Data collected for different riprap sizes (for which V_{eff} was calculated using equation 19) by measuring the local velocity prior to movement were used to calibrate K_{RIP}, which is plotted versus the Froude Number at the contraction in figure 54. Figure 54. Graph. Calibration function for K_{RIP}. The fitted relationship in figure 54 reveals that the equation for K_{RIP} takes the form of equation 24.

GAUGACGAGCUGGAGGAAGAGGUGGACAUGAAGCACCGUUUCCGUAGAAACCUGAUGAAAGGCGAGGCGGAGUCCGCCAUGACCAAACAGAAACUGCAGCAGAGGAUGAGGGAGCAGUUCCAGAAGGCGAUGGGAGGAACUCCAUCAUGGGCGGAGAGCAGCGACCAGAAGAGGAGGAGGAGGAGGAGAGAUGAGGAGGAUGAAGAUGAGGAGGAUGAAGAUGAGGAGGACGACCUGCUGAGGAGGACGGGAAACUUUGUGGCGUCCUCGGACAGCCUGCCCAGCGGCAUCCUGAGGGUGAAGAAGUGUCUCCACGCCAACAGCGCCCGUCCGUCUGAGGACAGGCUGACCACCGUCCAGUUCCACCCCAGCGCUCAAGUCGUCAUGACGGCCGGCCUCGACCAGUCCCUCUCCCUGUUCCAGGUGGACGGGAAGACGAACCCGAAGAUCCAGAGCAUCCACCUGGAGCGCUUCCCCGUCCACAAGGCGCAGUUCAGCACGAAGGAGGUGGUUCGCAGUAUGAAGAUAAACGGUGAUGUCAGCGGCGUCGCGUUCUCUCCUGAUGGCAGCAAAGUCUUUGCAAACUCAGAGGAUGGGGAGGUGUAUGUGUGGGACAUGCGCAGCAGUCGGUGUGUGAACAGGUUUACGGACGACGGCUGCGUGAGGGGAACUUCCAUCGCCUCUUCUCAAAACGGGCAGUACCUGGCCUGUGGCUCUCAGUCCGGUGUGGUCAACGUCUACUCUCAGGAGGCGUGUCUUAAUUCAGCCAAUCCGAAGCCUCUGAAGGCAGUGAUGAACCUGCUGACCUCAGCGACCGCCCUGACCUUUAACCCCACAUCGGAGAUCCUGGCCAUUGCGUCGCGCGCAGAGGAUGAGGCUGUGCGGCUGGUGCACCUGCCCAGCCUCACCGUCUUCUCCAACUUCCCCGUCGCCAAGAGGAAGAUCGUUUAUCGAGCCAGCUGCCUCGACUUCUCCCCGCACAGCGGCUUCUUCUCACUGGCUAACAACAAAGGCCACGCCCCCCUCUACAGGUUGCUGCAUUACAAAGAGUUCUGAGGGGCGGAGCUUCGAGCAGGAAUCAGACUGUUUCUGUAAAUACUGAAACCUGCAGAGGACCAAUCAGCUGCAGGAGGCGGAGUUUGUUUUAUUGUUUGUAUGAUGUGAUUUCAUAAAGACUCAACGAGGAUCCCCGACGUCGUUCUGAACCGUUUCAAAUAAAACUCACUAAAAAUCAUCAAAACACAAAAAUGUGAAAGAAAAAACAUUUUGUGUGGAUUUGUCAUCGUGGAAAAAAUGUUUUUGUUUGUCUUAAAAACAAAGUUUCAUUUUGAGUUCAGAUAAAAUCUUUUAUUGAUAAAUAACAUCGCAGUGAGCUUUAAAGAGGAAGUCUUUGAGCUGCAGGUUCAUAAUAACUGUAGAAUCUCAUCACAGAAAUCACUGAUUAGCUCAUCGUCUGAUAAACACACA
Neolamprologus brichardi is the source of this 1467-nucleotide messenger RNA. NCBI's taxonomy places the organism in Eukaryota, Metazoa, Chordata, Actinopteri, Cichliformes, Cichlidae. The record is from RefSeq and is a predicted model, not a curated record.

Rewriting equation 17 by inserting equations 18 and 19 in terms of D_{50} produces equation 25.
Substituting equations 23 and 24, dividing both sides by y_{o}, and collecting similar terms yields equation 26.
Thus, the final dimensionless equation calculating D_{50} from y_{o} and F_{o} is equation 27.